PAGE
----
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About Myocardial Infarction

Myocardial infarction, commonly known as heart attack, is a serious and potentially lethal medical conditions that develops due to sudden clogging of heart blood vessels (one of the coronary arteries). This leads to insufficient blood supply to the heart muscle. Since the heart muscle is highly sensitive to lack of oxygen it may soon become necrotic unless the blockage is timely taken care of. Damage to the heart muscle differs and in severe cases large potions of the heart can be damaged which eventually results in lethal outcome.

Myocardial infarction is in majority of cases a consequence of atherosclerosis of the coronary arteries. Build-up plaques narrow the blood vessel and gradually reduce the blood flow. The plaque can also crack and its parts may travel down the blood vessel eventually causing the blockage.

There are many triggers for myocardial infarction. Emotional or physical stress and different illnesses are only some of them. Myocardial infarction predominantly affects people over the age of 65 and is more common in those who are already suffering from other medical conditions (e.g. diabetes, high blood pressure, hypercholesterolemia etc).

The leading symptom of myocardial infarction is chest pain. It is either located to one part of the chest or radiates towards the shoulder, jaw or neck. The pain usually lasts longer than 20 minutes. Additional symptoms of myocardial infarction are shortness of breath, extreme sweating, anxiety, dizziness, nausea and/or vomiting and palpitations.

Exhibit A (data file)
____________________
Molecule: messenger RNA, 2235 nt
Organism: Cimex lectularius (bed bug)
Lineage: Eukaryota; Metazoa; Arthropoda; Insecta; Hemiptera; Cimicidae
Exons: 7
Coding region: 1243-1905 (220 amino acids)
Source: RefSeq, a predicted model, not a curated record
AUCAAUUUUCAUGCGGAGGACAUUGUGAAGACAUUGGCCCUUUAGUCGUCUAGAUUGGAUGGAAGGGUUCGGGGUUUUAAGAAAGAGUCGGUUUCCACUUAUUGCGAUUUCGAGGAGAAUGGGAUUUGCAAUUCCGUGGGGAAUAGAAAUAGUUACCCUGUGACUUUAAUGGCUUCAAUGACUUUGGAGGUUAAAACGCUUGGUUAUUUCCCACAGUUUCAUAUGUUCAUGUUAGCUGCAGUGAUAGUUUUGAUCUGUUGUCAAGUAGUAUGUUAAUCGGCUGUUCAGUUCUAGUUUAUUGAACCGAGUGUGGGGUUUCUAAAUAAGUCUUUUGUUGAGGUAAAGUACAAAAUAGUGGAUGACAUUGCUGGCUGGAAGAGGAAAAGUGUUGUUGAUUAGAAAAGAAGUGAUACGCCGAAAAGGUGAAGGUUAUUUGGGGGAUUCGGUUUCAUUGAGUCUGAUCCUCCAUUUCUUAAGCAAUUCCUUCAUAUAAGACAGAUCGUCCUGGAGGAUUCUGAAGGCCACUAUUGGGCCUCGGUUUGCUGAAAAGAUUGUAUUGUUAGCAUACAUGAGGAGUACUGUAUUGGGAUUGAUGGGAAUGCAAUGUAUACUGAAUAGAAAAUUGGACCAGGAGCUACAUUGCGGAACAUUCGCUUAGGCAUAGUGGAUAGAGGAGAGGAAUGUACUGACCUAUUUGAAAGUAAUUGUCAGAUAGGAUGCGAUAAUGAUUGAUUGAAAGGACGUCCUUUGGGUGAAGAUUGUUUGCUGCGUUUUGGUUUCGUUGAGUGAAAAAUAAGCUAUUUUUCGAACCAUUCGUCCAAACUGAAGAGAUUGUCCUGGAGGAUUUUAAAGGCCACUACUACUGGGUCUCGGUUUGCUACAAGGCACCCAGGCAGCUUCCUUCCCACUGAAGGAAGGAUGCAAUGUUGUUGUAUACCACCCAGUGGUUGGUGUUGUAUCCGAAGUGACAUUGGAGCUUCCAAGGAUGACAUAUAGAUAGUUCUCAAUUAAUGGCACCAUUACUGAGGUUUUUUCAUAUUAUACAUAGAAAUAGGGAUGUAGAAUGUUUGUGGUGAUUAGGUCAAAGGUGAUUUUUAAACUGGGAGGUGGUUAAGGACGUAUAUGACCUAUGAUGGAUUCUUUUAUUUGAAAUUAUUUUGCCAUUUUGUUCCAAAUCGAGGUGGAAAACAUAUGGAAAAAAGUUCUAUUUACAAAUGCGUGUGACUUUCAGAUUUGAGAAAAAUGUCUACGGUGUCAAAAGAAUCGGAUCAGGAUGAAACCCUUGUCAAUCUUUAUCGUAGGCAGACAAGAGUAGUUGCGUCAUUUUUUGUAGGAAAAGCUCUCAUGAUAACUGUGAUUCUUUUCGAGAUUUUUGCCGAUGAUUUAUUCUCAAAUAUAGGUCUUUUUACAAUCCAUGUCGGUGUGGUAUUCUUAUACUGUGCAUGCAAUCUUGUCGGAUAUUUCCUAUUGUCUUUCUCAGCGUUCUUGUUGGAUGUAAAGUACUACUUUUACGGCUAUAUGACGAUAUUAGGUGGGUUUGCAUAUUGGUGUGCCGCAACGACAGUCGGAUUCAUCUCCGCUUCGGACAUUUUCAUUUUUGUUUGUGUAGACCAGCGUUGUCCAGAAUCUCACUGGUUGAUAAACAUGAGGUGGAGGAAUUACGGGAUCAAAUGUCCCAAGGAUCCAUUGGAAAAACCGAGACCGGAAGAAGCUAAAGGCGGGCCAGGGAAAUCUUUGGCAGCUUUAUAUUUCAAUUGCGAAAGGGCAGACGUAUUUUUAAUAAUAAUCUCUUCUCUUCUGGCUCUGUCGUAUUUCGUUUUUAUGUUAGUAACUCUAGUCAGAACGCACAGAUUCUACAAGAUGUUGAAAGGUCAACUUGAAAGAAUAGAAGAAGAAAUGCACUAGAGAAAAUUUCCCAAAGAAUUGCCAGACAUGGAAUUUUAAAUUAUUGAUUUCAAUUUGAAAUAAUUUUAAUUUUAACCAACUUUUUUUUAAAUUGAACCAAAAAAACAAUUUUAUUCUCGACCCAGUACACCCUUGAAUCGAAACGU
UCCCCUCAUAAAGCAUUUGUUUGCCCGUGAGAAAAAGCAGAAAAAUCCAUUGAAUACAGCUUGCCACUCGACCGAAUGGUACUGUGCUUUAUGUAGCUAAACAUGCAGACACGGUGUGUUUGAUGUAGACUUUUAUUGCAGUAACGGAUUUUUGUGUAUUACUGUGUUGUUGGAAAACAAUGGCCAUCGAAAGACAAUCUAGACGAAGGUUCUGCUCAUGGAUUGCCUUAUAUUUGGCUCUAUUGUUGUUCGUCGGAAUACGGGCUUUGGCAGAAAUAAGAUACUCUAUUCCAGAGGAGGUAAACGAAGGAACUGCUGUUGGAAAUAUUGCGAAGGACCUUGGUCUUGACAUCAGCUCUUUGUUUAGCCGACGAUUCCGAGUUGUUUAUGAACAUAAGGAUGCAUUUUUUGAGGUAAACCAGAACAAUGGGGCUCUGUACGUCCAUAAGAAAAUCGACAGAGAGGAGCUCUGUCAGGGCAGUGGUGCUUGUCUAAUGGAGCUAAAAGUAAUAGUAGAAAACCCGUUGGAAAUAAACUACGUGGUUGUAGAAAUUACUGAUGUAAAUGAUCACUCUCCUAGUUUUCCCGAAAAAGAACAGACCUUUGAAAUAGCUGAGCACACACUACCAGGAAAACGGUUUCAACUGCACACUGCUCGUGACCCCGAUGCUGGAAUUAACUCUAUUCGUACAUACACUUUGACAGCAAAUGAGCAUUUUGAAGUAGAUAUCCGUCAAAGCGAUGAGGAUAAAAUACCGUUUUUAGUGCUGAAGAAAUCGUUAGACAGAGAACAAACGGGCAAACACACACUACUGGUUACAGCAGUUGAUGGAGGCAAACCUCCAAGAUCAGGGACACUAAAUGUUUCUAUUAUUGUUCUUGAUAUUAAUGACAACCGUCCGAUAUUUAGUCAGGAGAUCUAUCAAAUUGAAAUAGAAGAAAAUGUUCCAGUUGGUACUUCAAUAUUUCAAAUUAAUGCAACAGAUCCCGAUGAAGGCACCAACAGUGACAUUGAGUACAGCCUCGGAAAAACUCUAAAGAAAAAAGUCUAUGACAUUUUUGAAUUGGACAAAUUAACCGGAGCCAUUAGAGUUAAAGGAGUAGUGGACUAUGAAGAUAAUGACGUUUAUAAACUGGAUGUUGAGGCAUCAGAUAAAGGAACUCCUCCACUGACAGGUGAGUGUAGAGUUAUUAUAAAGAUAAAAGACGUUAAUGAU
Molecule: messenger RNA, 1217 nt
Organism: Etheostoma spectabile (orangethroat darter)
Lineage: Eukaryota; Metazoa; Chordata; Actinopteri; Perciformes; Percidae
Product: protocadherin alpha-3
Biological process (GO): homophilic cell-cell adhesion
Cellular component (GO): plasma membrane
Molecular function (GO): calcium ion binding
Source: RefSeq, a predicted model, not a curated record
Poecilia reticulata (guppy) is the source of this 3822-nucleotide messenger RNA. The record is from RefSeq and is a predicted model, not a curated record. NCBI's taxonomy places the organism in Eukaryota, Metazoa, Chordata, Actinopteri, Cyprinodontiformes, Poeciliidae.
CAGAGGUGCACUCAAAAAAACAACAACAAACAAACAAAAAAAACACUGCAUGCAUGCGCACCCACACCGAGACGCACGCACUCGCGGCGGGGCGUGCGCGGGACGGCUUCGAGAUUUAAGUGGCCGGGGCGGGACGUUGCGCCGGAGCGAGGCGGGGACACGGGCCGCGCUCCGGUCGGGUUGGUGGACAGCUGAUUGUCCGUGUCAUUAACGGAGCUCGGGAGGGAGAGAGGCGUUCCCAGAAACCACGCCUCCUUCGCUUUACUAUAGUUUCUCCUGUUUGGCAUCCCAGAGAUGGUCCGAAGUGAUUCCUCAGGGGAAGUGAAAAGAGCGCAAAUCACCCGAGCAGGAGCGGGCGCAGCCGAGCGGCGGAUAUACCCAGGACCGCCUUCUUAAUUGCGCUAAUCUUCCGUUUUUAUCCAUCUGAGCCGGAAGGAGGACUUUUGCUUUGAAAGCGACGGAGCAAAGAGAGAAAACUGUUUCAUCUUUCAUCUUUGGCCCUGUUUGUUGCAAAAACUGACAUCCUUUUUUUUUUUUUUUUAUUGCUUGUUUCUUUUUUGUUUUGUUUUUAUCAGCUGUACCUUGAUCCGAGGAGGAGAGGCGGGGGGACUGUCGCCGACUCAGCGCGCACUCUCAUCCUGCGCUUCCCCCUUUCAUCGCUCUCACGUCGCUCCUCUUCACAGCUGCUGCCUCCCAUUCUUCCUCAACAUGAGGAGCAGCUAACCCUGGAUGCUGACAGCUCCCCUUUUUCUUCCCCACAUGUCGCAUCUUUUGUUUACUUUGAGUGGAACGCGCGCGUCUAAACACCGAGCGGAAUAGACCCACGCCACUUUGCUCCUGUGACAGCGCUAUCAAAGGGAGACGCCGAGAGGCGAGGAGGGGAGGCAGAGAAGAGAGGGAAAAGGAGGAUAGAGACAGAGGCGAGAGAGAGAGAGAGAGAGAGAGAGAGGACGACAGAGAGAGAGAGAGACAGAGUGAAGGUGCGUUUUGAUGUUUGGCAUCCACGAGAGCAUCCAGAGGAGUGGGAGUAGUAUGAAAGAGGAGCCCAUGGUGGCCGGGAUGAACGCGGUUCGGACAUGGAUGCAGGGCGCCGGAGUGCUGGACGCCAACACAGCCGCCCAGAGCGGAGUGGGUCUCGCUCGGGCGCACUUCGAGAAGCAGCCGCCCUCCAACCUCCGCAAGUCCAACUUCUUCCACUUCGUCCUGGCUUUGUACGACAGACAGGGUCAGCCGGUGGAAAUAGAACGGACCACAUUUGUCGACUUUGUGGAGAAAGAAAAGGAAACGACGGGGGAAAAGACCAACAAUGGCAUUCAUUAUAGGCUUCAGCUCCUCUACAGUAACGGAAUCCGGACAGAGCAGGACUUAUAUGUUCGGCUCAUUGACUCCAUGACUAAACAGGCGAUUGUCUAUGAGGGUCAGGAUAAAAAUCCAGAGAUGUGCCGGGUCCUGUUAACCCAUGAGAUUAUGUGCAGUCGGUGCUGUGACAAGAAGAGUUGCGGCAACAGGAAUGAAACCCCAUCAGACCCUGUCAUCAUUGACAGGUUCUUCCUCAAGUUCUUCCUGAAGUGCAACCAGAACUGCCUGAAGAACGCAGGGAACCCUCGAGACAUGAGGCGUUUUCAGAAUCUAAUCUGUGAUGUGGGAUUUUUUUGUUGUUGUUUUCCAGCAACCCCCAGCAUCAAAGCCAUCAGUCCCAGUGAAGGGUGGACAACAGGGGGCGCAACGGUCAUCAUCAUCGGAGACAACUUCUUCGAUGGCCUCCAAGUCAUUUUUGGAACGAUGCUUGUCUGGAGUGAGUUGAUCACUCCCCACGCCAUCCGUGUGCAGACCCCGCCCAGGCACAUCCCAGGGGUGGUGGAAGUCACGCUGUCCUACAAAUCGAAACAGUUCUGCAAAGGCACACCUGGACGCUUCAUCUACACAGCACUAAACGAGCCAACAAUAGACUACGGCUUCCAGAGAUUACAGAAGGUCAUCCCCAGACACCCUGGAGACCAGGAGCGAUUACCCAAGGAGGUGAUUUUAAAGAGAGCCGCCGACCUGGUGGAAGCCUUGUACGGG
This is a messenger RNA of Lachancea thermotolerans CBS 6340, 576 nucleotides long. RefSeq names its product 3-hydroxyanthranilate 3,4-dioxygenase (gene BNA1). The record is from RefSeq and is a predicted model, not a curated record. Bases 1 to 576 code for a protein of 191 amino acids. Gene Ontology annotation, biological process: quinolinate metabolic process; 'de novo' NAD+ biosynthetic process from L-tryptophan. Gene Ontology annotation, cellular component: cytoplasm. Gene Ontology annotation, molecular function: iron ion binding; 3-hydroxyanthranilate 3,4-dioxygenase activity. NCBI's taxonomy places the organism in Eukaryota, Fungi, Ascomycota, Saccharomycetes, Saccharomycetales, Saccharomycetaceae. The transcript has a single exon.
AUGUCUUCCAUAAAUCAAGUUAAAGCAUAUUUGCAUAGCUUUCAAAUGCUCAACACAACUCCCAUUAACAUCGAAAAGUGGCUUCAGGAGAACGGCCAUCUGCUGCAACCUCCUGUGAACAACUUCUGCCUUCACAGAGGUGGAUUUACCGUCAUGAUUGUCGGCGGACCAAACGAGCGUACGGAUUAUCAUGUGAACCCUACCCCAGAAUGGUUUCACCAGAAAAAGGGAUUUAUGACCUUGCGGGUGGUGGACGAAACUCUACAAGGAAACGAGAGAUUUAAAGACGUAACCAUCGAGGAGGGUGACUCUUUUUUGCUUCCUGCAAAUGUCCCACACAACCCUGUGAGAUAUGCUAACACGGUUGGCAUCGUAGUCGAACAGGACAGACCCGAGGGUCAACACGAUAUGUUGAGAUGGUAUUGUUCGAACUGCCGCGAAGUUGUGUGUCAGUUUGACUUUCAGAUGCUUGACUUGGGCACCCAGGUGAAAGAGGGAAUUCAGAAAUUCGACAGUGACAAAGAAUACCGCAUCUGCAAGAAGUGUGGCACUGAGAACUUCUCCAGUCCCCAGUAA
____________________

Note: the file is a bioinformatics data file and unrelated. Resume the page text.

Therapy for Myocardial Infarction

Patients suffering from myocardial infarction require hospitalization and certain percentage needs to stay in the intensive care unit. In order to confirm the condition doctors use EKG (electrocardiography) and specific blood test (they measure certain enzymes that typically become high due to damage of the heart muscle).

It is essential to open an intravenous line since almost all medications are administered intravenously. Depending on the EKG findings patients may be administered specific anticoagulant. This is a so called thrombolytic therapy. Furthermore, patients are also given oxygen via oxygen mask and drugs that alleviate pain. Since in many cases patients develop serious and potentially life-threatening arrhythmias they require antiarrhythmic medications or electrical cardioversion (defibrillation).

After stabilization patients may be further treated surgically. Angioplasty is a procedure that is supposed to be performed no later that 12 hours after the arrival to the hospital. During angioplasty the surgeon opens the narrowed or blocked blood vessel. After angioplasty the doctor can also perform stenting. This procedure includes placing a small, metal mesh tube called a coronary artery stent inside the affected blood vessel. And finally, emergency coronary bypass surgery is performed in all those patients suffering from severe coronary artery disease of many vessels as well as patients with narrowing of the left main coronary artery.

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